The EdTech Center is pleased to announce the non-profit CrowdED Learning as a new EdTech Partner. Our EdTech Partners in the United States are go-to thought leaders on the issue of integrating technology into instruction and service delivery to expand the reach and outcomes of adult education and workforce initiatives.
CrowdED Learning was formed in late 2017 in response growing need for a wider range of high-quality, accessible learning resources for adult education. While there has been increased activity in the creation and sharing of free and open education resources (OER), their use within adult education remains incredibly low. The name “CrowdED” is a nod both to the problem and the solution to this issue. here are so many resources to sift through on the World Wide Web, that it is in effect too crowded. This crowding makes it challenging, and even daunting, to try to find the right quality resources for learners. CrowdED Learning offers the solution of relying on the crowd for help filtering OER found online. CrowdEd Learning plans to do this by By experimenting with crowd-sourcing protocols for curation and alignment of quality resources to the subject areas and core competencies required for college and career readiness.
Recent projects are helping CrowdED Learning work toward this goal. This work includes the development of skill directories containing high-quality resources in 11 academic, employability, and 21st-Century skill areas; the alignment of over 2,000 Khan Academy practice sets to the College & Career Readiness Standards for Adult Education; and creation of Quizlet study decks to support a freely available Tier 2 Vocabulary curriculum developed by Appalachian State University. Upcoming projects include a Digital Skills Library to be released this month, as well as the SkillBlox learning plan generation tool to be released later in 2019.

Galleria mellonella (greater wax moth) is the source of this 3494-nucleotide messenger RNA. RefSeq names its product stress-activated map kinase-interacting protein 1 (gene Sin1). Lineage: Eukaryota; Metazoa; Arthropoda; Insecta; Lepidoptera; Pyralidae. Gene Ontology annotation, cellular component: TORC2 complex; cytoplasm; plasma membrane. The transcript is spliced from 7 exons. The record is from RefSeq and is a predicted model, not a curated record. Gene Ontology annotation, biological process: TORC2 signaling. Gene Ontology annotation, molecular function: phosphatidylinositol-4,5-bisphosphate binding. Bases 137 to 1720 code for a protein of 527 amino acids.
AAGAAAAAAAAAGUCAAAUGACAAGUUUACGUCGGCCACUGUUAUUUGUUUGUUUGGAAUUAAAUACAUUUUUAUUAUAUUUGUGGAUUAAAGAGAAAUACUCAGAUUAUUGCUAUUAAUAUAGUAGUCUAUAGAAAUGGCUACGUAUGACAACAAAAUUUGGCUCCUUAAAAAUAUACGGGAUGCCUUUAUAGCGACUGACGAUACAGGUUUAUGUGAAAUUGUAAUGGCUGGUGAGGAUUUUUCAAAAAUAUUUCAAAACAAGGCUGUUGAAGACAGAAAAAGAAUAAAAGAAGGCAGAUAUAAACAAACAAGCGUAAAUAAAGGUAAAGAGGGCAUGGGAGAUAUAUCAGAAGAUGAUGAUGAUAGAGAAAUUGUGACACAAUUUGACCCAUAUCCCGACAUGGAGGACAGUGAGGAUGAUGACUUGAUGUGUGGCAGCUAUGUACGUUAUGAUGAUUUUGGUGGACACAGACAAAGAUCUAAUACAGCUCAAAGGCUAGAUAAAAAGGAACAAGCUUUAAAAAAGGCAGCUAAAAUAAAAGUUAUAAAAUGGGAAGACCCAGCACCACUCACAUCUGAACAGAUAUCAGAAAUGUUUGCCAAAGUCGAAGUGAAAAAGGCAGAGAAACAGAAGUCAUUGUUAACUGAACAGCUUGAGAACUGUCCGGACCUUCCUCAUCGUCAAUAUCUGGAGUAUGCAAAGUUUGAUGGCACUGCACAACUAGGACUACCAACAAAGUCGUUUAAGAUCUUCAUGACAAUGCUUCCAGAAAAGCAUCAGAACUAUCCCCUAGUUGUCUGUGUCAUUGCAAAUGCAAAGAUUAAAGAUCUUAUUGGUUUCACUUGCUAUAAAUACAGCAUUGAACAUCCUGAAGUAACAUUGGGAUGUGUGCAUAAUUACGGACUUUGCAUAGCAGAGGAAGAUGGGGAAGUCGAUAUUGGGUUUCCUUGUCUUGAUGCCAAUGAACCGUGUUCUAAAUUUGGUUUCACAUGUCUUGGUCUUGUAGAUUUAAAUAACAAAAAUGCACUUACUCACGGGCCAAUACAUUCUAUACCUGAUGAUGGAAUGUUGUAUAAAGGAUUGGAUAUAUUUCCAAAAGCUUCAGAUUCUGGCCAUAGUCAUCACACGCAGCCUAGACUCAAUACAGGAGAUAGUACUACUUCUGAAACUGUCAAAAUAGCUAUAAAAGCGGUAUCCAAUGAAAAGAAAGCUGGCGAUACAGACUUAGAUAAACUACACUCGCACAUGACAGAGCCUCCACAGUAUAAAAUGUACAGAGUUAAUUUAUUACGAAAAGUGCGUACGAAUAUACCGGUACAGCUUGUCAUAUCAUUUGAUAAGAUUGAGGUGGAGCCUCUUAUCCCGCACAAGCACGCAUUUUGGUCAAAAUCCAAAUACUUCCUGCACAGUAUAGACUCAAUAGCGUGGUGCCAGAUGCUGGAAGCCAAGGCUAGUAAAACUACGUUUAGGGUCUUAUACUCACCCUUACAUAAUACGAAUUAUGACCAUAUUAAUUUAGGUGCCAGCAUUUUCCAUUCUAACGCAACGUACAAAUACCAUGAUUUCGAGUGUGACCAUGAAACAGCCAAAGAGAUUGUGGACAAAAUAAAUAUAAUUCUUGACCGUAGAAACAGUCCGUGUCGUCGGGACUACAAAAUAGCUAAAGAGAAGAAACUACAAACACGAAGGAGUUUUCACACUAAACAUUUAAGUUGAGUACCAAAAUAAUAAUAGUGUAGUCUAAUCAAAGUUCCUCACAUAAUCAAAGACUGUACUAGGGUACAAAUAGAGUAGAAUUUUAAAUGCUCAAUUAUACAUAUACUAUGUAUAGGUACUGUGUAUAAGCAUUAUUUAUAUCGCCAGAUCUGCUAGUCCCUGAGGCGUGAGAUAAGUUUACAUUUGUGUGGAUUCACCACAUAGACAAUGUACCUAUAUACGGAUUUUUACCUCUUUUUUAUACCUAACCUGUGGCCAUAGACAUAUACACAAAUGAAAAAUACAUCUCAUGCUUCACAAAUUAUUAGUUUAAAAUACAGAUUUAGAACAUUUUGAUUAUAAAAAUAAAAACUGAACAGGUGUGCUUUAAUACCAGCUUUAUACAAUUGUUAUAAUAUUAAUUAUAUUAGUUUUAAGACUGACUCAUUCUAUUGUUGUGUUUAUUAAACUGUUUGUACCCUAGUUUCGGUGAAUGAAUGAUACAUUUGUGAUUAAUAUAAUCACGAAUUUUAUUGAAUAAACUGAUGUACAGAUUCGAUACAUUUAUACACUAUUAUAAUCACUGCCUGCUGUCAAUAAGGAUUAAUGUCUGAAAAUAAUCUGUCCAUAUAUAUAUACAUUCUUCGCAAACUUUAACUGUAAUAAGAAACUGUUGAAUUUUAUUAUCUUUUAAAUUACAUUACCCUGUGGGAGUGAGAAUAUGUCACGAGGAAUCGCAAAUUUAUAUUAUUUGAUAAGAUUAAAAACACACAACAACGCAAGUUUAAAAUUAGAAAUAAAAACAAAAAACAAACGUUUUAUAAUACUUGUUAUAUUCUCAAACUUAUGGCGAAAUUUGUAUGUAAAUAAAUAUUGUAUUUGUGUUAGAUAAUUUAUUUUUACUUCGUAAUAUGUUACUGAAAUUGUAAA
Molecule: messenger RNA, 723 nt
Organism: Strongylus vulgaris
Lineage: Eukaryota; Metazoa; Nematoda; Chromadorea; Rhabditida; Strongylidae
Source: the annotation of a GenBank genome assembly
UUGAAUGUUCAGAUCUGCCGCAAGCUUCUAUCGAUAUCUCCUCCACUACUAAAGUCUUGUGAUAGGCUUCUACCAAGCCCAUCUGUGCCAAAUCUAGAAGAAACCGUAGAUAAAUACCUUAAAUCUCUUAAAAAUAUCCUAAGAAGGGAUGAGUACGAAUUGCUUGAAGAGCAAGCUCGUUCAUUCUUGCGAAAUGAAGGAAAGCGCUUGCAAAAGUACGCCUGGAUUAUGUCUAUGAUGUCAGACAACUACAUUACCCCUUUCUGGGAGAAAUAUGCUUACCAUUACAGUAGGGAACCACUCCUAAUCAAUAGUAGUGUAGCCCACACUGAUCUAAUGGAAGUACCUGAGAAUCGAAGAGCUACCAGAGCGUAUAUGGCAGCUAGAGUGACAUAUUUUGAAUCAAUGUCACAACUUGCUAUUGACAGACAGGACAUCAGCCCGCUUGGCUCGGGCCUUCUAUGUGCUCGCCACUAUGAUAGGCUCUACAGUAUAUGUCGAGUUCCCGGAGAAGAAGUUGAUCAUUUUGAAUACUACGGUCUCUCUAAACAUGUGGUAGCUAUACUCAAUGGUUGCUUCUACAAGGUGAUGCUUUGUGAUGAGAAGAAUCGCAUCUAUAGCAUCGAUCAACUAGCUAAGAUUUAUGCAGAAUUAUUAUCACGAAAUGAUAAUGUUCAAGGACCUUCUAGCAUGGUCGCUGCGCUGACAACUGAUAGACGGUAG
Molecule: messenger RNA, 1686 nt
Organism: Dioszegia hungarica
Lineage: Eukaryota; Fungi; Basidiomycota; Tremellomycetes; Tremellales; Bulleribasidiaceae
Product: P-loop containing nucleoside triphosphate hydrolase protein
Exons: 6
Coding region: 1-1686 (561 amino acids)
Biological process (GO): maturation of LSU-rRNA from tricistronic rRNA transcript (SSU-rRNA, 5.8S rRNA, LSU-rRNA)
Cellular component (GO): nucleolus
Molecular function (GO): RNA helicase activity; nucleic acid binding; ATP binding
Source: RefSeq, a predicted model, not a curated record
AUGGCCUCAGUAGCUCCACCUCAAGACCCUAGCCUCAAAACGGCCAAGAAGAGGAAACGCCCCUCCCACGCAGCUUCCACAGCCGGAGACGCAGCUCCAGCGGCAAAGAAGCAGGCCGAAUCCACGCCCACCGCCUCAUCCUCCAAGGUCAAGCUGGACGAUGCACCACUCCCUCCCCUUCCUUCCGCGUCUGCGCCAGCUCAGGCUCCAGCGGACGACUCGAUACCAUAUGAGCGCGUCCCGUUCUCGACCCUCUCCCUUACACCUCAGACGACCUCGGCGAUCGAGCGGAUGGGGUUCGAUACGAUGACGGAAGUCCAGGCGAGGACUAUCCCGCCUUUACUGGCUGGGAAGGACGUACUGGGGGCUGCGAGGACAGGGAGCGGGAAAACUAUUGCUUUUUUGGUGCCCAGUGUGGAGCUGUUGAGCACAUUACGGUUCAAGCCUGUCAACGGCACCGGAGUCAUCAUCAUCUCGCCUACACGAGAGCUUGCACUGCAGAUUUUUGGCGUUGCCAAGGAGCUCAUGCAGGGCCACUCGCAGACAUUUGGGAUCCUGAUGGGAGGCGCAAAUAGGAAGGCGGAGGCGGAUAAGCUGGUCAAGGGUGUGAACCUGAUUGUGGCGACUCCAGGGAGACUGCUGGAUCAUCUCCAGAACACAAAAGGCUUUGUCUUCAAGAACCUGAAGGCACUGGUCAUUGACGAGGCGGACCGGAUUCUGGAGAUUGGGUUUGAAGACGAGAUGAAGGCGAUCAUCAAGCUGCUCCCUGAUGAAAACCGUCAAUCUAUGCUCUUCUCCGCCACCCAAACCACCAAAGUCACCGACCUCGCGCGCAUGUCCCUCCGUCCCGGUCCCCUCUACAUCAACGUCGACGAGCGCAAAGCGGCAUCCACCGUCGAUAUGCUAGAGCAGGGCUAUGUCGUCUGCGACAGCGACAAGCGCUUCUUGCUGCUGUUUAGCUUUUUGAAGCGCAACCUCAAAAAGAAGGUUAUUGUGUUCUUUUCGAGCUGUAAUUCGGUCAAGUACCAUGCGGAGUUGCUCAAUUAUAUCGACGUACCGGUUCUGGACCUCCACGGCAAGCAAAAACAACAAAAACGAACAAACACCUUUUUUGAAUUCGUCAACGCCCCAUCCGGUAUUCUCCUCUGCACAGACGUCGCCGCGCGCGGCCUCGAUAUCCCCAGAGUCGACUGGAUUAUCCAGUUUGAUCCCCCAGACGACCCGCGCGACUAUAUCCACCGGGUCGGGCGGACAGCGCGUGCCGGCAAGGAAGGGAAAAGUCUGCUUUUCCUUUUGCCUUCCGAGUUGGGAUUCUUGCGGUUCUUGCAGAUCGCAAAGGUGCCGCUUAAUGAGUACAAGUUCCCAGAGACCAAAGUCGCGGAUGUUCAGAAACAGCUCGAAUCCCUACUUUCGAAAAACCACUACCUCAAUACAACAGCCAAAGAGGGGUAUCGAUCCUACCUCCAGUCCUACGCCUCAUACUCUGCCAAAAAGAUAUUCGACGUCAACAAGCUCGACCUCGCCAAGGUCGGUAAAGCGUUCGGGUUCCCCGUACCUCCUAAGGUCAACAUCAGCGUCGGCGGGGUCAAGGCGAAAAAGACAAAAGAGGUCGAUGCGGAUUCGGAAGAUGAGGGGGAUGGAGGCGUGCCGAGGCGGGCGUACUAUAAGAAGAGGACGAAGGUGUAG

CrowdED Learning’s mission of increasing awareness of and access to high-quality, free and OER is not just focused on providing no-cost learning options to adult education instructors and students. It is steeped in the philosophy that learning today is inquiry-based—where learners must be conditioned to seek out information and knowledge from a variety of sources—as opposed to a passive process where learners are told what to learn and how to learn it from a single, prescribed source. This philosophy is captured, along with strategies for true integration of digital literacy into adult education instruction, in a recent Digital Promise blogpost— “3 Techniques for Promoting Resilience in Digital Literacy”